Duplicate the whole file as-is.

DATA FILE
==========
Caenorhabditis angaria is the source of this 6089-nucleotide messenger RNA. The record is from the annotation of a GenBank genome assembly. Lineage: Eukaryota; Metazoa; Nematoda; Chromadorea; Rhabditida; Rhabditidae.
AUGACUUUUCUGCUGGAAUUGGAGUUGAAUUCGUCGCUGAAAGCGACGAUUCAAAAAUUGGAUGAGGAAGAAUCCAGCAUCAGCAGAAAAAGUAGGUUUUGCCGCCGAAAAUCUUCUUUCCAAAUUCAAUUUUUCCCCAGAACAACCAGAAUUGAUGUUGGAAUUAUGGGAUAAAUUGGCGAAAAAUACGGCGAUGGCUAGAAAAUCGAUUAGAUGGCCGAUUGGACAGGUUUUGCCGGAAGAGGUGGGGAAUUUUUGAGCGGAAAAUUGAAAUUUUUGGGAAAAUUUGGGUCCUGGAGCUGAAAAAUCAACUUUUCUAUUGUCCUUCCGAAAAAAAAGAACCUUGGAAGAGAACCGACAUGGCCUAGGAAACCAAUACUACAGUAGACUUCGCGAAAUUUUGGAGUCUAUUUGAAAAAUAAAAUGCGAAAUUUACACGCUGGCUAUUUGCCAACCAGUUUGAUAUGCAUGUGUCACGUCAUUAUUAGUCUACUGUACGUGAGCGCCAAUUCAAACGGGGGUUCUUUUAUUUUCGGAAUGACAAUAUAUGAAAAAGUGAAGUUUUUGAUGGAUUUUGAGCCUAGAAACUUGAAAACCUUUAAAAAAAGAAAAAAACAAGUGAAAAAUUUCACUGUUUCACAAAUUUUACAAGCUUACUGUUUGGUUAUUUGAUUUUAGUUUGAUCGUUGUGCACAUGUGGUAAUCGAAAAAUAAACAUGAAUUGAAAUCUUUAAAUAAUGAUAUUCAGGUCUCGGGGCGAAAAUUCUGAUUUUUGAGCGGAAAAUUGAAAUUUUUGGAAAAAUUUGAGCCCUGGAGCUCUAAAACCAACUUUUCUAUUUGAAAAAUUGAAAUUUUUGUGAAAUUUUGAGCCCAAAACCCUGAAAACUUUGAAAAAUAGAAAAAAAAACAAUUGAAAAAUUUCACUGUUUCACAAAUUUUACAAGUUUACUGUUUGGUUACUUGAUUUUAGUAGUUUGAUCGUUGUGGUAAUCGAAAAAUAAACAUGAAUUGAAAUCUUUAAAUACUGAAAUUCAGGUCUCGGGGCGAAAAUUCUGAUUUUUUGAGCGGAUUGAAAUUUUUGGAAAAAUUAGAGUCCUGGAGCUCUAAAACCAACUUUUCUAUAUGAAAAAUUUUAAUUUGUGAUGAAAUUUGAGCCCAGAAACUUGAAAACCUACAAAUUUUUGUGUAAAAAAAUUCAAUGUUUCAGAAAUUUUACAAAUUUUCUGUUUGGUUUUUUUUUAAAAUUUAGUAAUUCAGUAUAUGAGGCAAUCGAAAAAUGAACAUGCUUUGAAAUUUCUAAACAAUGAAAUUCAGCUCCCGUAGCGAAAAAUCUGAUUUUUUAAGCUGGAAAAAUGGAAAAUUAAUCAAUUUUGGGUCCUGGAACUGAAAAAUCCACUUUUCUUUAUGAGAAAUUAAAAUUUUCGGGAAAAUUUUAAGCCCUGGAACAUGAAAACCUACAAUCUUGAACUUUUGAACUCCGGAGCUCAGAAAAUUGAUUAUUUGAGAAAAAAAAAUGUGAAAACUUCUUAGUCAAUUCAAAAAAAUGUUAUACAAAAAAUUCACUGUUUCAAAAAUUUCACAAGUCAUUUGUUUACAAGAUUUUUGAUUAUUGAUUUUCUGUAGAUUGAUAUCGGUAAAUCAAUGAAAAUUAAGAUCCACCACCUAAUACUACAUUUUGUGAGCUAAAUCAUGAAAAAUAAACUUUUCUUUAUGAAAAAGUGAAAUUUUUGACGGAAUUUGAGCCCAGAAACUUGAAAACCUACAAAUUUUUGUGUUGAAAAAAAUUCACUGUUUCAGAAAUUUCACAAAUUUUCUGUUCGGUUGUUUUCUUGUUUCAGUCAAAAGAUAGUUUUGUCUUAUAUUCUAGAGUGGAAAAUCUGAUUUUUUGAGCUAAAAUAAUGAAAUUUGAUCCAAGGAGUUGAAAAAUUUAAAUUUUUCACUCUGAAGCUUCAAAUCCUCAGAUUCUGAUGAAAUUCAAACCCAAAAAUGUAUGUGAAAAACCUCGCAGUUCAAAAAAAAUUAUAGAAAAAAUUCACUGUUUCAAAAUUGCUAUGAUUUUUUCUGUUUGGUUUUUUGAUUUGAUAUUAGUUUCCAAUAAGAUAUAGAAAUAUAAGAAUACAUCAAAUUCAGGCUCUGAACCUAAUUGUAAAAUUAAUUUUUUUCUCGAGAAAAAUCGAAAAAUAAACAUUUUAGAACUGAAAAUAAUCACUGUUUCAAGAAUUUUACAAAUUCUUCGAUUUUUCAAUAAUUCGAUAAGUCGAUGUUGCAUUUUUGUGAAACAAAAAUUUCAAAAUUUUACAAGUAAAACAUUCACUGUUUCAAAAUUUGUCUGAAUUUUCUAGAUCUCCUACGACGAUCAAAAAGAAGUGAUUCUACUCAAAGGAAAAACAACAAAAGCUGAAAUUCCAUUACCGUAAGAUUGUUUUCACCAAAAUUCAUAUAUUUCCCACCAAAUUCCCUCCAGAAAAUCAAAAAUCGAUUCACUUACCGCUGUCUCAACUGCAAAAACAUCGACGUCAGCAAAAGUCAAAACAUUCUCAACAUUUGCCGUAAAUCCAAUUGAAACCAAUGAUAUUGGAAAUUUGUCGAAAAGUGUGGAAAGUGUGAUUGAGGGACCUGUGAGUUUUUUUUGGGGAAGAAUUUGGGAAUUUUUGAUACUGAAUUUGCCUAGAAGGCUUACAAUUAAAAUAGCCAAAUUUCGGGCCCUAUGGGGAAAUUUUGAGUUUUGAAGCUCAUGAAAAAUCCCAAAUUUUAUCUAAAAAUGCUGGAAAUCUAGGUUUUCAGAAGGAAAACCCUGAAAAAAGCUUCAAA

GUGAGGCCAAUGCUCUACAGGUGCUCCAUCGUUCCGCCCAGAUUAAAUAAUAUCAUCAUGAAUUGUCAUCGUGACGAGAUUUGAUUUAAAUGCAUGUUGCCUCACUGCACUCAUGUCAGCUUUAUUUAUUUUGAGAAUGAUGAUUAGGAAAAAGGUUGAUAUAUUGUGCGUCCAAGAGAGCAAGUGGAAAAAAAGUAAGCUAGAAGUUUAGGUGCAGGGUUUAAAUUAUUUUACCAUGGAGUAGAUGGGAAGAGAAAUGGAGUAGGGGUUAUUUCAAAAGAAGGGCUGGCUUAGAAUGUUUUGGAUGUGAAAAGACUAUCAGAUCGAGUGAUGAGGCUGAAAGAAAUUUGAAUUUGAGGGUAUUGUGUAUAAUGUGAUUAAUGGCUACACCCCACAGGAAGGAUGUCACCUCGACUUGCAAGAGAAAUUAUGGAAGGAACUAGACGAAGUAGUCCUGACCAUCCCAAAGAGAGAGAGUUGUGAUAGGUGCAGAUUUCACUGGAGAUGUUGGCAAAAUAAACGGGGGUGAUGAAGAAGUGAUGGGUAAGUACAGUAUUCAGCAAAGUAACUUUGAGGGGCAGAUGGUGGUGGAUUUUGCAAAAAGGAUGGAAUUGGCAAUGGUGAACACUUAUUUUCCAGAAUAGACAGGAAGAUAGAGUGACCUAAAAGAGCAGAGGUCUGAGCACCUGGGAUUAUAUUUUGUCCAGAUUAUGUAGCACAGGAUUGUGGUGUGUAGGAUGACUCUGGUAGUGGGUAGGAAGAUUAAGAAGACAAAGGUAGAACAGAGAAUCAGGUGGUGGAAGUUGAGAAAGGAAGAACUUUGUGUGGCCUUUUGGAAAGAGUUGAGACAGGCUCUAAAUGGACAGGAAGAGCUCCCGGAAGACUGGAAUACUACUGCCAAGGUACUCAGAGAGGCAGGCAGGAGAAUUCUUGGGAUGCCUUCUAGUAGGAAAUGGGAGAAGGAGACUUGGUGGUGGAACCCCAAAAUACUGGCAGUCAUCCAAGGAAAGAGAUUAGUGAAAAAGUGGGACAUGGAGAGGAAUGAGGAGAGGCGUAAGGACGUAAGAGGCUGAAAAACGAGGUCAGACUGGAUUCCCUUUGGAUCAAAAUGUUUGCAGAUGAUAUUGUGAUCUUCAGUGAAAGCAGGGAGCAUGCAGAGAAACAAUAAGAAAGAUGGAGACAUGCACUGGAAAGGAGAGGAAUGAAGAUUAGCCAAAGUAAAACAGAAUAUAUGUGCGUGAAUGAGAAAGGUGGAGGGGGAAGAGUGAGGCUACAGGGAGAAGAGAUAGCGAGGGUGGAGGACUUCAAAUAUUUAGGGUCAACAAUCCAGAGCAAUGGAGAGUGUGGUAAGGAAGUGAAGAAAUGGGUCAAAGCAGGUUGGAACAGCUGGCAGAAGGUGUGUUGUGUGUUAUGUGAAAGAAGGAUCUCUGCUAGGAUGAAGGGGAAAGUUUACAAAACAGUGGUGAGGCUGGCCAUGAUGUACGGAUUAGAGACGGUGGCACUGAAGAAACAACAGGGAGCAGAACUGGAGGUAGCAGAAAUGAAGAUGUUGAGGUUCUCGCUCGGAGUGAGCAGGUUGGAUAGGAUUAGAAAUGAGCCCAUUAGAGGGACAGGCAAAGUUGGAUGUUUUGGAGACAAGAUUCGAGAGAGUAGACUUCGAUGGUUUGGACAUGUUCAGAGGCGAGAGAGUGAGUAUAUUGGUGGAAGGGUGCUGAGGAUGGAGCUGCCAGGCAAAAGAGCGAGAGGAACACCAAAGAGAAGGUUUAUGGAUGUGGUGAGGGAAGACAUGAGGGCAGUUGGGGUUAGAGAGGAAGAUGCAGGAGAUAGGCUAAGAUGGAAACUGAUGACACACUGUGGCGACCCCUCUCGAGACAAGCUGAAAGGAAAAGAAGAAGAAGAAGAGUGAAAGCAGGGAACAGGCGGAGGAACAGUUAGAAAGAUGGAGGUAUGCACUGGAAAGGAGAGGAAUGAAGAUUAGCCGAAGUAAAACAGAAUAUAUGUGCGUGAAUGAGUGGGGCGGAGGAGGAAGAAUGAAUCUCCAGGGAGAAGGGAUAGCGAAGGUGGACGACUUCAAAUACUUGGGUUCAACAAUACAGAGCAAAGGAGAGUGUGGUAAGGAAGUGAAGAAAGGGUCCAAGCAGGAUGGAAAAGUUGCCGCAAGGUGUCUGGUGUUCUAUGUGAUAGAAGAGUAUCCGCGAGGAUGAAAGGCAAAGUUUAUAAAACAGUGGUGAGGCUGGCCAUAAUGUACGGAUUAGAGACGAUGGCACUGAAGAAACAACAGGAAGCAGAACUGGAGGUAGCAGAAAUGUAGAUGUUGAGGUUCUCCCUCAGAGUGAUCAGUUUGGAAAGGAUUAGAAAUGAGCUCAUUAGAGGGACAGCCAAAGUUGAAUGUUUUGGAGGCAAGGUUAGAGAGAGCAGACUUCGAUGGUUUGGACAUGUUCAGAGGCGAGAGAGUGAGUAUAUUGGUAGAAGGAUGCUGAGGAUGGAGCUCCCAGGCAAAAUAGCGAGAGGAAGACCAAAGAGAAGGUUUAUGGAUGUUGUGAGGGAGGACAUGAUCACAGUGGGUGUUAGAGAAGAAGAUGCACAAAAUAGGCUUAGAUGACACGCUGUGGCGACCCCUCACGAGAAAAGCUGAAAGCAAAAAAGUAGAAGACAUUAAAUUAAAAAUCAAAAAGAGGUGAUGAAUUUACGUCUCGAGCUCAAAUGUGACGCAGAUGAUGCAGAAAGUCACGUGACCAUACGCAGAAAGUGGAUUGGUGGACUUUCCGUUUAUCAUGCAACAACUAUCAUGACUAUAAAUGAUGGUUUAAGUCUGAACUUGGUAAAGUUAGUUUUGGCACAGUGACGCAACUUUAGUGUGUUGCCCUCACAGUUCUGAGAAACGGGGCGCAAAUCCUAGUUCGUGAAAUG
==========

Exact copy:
Caenorhabditis angaria is the source of this 6089-nucleotide messenger RNA. The record is from the annotation of a GenBank genome assembly. Lineage: Eukaryota; Metazoa; Nematoda; Chromadorea; Rhabditida; Rhabditidae.
AUGACUUUUCUGCUGGAAUUGGAGUUGAAUUCGUCGCUGAAAGCGACGAUUCAAAAAUUGGAUGAGGAAGAAUCCAGCAUCAGCAGAAAAAGUAGGUUUUGCCGCCGAAAAUCUUCUUUCCAAAUUCAAUUUUUCCCCAGAACAACCAGAAUUGAUGUUGGAAUUAUGGGAUAAAUUGGCGAAAAAUACGGCGAUGGCUAGAAAAUCGAUUAGAUGGCCGAUUGGACAGGUUUUGCCGGAAGAGGUGGGGAAUUUUUGAGCGGAAAAUUGAAAUUUUUGGGAAAAUUUGGGUCCUGGAGCUGAAAAAUCAACUUUUCUAUUGUCCUUCCGAAAAAAAAGAACCUUGGAAGAGAACCGACAUGGCCUAGGAAACCAAUACUACAGUAGACUUCGCGAAAUUUUGGAGUCUAUUUGAAAAAUAAAAUGCGAAAUUUACACGCUGGCUAUUUGCCAACCAGUUUGAUAUGCAUGUGUCACGUCAUUAUUAGUCUACUGUACGUGAGCGCCAAUUCAAACGGGGGUUCUUUUAUUUUCGGAAUGACAAUAUAUGAAAAAGUGAAGUUUUUGAUGGAUUUUGAGCCUAGAAACUUGAAAACCUUUAAAAAAAGAAAAAAACAAGUGAAAAAUUUCACUGUUUCACAAAUUUUACAAGCUUACUGUUUGGUUAUUUGAUUUUAGUUUGAUCGUUGUGCACAUGUGGUAAUCGAAAAAUAAACAUGAAUUGAAAUCUUUAAAUAAUGAUAUUCAGGUCUCGGGGCGAAAAUUCUGAUUUUUGAGCGGAAAAUUGAAAUUUUUGGAAAAAUUUGAGCCCUGGAGCUCUAAAACCAACUUUUCUAUUUGAAAAAUUGAAAUUUUUGUGAAAUUUUGAGCCCAAAACCCUGAAAACUUUGAAAAAUAGAAAAAAAAACAAUUGAAAAAUUUCACUGUUUCACAAAUUUUACAAGUUUACUGUUUGGUUACUUGAUUUUAGUAGUUUGAUCGUUGUGGUAAUCGAAAAAUAAACAUGAAUUGAAAUCUUUAAAUACUGAAAUUCAGGUCUCGGGGCGAAAAUUCUGAUUUUUUGAGCGGAUUGAAAUUUUUGGAAAAAUUAGAGUCCUGGAGCUCUAAAACCAACUUUUCUAUAUGAAAAAUUUUAAUUUGUGAUGAAAUUUGAGCCCAGAAACUUGAAAACCUACAAAUUUUUGUGUAAAAAAAUUCAAUGUUUCAGAAAUUUUACAAAUUUUCUGUUUGGUUUUUUUUUAAAAUUUAGUAAUUCAGUAUAUGAGGCAAUCGAAAAAUGAACAUGCUUUGAAAUUUCUAAACAAUGAAAUUCAGCUCCCGUAGCGAAAAAUCUGAUUUUUUAAGCUGGAAAAAUGGAAAAUUAAUCAAUUUUGGGUCCUGGAACUGAAAAAUCCACUUUUCUUUAUGAGAAAUUAAAAUUUUCGGGAAAAUUUUAAGCCCUGGAACAUGAAAACCUACAAUCUUGAACUUUUGAACUCCGGAGCUCAGAAAAUUGAUUAUUUGAGAAAAAAAAAUGUGAAAACUUCUUAGUCAAUUCAAAAAAAUGUUAUACAAAAAAUUCACUGUUUCAAAAAUUUCACAAGUCAUUUGUUUACAAGAUUUUUGAUUAUUGAUUUUCUGUAGAUUGAUAUCGGUAAAUCAAUGAAAAUUAAGAUCCACCACCUAAUACUACAUUUUGUGAGCUAAAUCAUGAAAAAUAAACUUUUCUUUAUGAAAAAGUGAAAUUUUUGACGGAAUUUGAGCCCAGAAACUUGAAAACCUACAAAUUUUUGUGUUGAAAAAAAUUCACUGUUUCAGAAAUUUCACAAAUUUUCUGUUCGGUUGUUUUCUUGUUUCAGUCAAAAGAUAGUUUUGUCUUAUAUUCUAGAGUGGAAAAUCUGAUUUUUUGAGCUAAAAUAAUGAAAUUUGAUCCAAGGAGUUGAAAAAUUUAAAUUUUUCACUCUGAAGCUUCAAAUCCUCAGAUUCUGAUGAAAUUCAAACCCAAAAAUGUAUGUGAAAAACCUCGCAGUUCAAAAAAAAUUAUAGAAAAAAUUCACUGUUUCAAAAUUGCUAUGAUUUUUUCUGUUUGGUUUUUUGAUUUGAUAUUAGUUUCCAAUAAGAUAUAGAAAUAUAAGAAUACAUCAAAUUCAGGCUCUGAACCUAAUUGUAAAAUUAAUUUUUUUCUCGAGAAAAAUCGAAAAAUAAACAUUUUAGAACUGAAAAUAAUCACUGUUUCAAGAAUUUUACAAAUUCUUCGAUUUUUCAAUAAUUCGAUAAGUCGAUGUUGCAUUUUUGUGAAACAAAAAUUUCAAAAUUUUACAAGUAAAACAUUCACUGUUUCAAAAUUUGUCUGAAUUUUCUAGAUCUCCUACGACGAUCAAAAAGAAGUGAUUCUACUCAAAGGAAAAACAACAAAAGCUGAAAUUCCAUUACCGUAAGAUUGUUUUCACCAAAAUUCAUAUAUUUCCCACCAAAUUCCCUCCAGAAAAUCAAAAAUCGAUUCACUUACCGCUGUCUCAACUGCAAAAACAUCGACGUCAGCAAAAGUCAAAACAUUCUCAACAUUUGCCGUAAAUCCAAUUGAAACCAAUGAUAUUGGAAAUUUGUCGAAAAGUGUGGAAAGUGUGAUUGAGGGACCUGUGAGUUUUUUUUGGGGAAGAAUUUGGGAAUUUUUGAUACUGAAUUUGCCUAGAAGGCUUACAAUUAAAAUAGCCAAAUUUCGGGCCCUAUGGGGAAAUUUUGAGUUUUGAAGCUCAUGAAAAAUCCCAAAUUUUAUCUAAAAAUGCUGGAAAUCUAGGUUUUCAGAAGGAAAACCCUGAAAAAAGCUUCAAA

GUGAGGCCAAUGCUCUACAGGUGCUCCAUCGUUCCGCCCAGAUUAAAUAAUAUCAUCAUGAAUUGUCAUCGUGACGAGAUUUGAUUUAAAUGCAUGUUGCCUCACUGCACUCAUGUCAGCUUUAUUUAUUUUGAGAAUGAUGAUUAGGAAAAAGGUUGAUAUAUUGUGCGUCCAAGAGAGCAAGUGGAAAAAAAGUAAGCUAGAAGUUUAGGUGCAGGGUUUAAAUUAUUUUACCAUGGAGUAGAUGGGAAGAGAAAUGGAGUAGGGGUUAUUUCAAAAGAAGGGCUGGCUUAGAAUGUUUUGGAUGUGAAAAGACUAUCAGAUCGAGUGAUGAGGCUGAAAGAAAUUUGAAUUUGAGGGUAUUGUGUAUAAUGUGAUUAAUGGCUACACCCCACAGGAAGGAUGUCACCUCGACUUGCAAGAGAAAUUAUGGAAGGAACUAGACGAAGUAGUCCUGACCAUCCCAAAGAGAGAGAGUUGUGAUAGGUGCAGAUUUCACUGGAGAUGUUGGCAAAAUAAACGGGGGUGAUGAAGAAGUGAUGGGUAAGUACAGUAUUCAGCAAAGUAACUUUGAGGGGCAGAUGGUGGUGGAUUUUGCAAAAAGGAUGGAAUUGGCAAUGGUGAACACUUAUUUUCCAGAAUAGACAGGAAGAUAGAGUGACCUAAAAGAGCAGAGGUCUGAGCACCUGGGAUUAUAUUUUGUCCAGAUUAUGUAGCACAGGAUUGUGGUGUGUAGGAUGACUCUGGUAGUGGGUAGGAAGAUUAAGAAGACAAAGGUAGAACAGAGAAUCAGGUGGUGGAAGUUGAGAAAGGAAGAACUUUGUGUGGCCUUUUGGAAAGAGUUGAGACAGGCUCUAAAUGGACAGGAAGAGCUCCCGGAAGACUGGAAUACUACUGCCAAGGUACUCAGAGAGGCAGGCAGGAGAAUUCUUGGGAUGCCUUCUAGUAGGAAAUGGGAGAAGGAGACUUGGUGGUGGAACCCCAAAAUACUGGCAGUCAUCCAAGGAAAGAGAUUAGUGAAAAAGUGGGACAUGGAGAGGAAUGAGGAGAGGCGUAAGGACGUAAGAGGCUGAAAAACGAGGUCAGACUGGAUUCCCUUUGGAUCAAAAUGUUUGCAGAUGAUAUUGUGAUCUUCAGUGAAAGCAGGGAGCAUGCAGAGAAACAAUAAGAAAGAUGGAGACAUGCACUGGAAAGGAGAGGAAUGAAGAUUAGCCAAAGUAAAACAGAAUAUAUGUGCGUGAAUGAGAAAGGUGGAGGGGGAAGAGUGAGGCUACAGGGAGAAGAGAUAGCGAGGGUGGAGGACUUCAAAUAUUUAGGGUCAACAAUCCAGAGCAAUGGAGAGUGUGGUAAGGAAGUGAAGAAAUGGGUCAAAGCAGGUUGGAACAGCUGGCAGAAGGUGUGUUGUGUGUUAUGUGAAAGAAGGAUCUCUGCUAGGAUGAAGGGGAAAGUUUACAAAACAGUGGUGAGGCUGGCCAUGAUGUACGGAUUAGAGACGGUGGCACUGAAGAAACAACAGGGAGCAGAACUGGAGGUAGCAGAAAUGAAGAUGUUGAGGUUCUCGCUCGGAGUGAGCAGGUUGGAUAGGAUUAGAAAUGAGCCCAUUAGAGGGACAGGCAAAGUUGGAUGUUUUGGAGACAAGAUUCGAGAGAGUAGACUUCGAUGGUUUGGACAUGUUCAGAGGCGAGAGAGUGAGUAUAUUGGUGGAAGGGUGCUGAGGAUGGAGCUGCCAGGCAAAAGAGCGAGAGGAACACCAAAGAGAAGGUUUAUGGAUGUGGUGAGGGAAGACAUGAGGGCAGUUGGGGUUAGAGAGGAAGAUGCAGGAGAUAGGCUAAGAUGGAAACUGAUGACACACUGUGGCGACCCCUCUCGAGACAAGCUGAAAGGAAAAGAAGAAGAAGAAGAGUGAAAGCAGGGAACAGGCGGAGGAACAGUUAGAAAGAUGGAGGUAUGCACUGGAAAGGAGAGGAAUGAAGAUUAGCCGAAGUAAAACAGAAUAUAUGUGCGUGAAUGAGUGGGGCGGAGGAGGAAGAAUGAAUCUCCAGGGAGAAGGGAUAGCGAAGGUGGACGACUUCAAAUACUUGGGUUCAACAAUACAGAGCAAAGGAGAGUGUGGUAAGGAAGUGAAGAAAGGGUCCAAGCAGGAUGGAAAAGUUGCCGCAAGGUGUCUGGUGUUCUAUGUGAUAGAAGAGUAUCCGCGAGGAUGAAAGGCAAAGUUUAUAAAACAGUGGUGAGGCUGGCCAUAAUGUACGGAUUAGAGACGAUGGCACUGAAGAAACAACAGGAAGCAGAACUGGAGGUAGCAGAAAUGUAGAUGUUGAGGUUCUCCCUCAGAGUGAUCAGUUUGGAAAGGAUUAGAAAUGAGCUCAUUAGAGGGACAGCCAAAGUUGAAUGUUUUGGAGGCAAGGUUAGAGAGAGCAGACUUCGAUGGUUUGGACAUGUUCAGAGGCGAGAGAGUGAGUAUAUUGGUAGAAGGAUGCUGAGGAUGGAGCUCCCAGGCAAAAUAGCGAGAGGAAGACCAAAGAGAAGGUUUAUGGAUGUUGUGAGGGAGGACAUGAUCACAGUGGGUGUUAGAGAAGAAGAUGCACAAAAUAGGCUUAGAUGACACGCUGUGGCGACCCCUCACGAGAAAAGCUGAAAGCAAAAAAGUAGAAGACAUUAAAUUAAAAAUCAAAAAGAGGUGAUGAAUUUACGUCUCGAGCUCAAAUGUGACGCAGAUGAUGCAGAAAGUCACGUGACCAUACGCAGAAAGUGGAUUGGUGGACUUUCCGUUUAUCAUGCAACAACUAUCAUGACUAUAAAUGAUGGUUUAAGUCUGAACUUGGUAAAGUUAGUUUUGGCACAGUGACGCAACUUUAGUGUGUUGCCCUCACAGUUCUGAGAAACGGGGCGCAAAUCCUAGUUCGUGAAAUG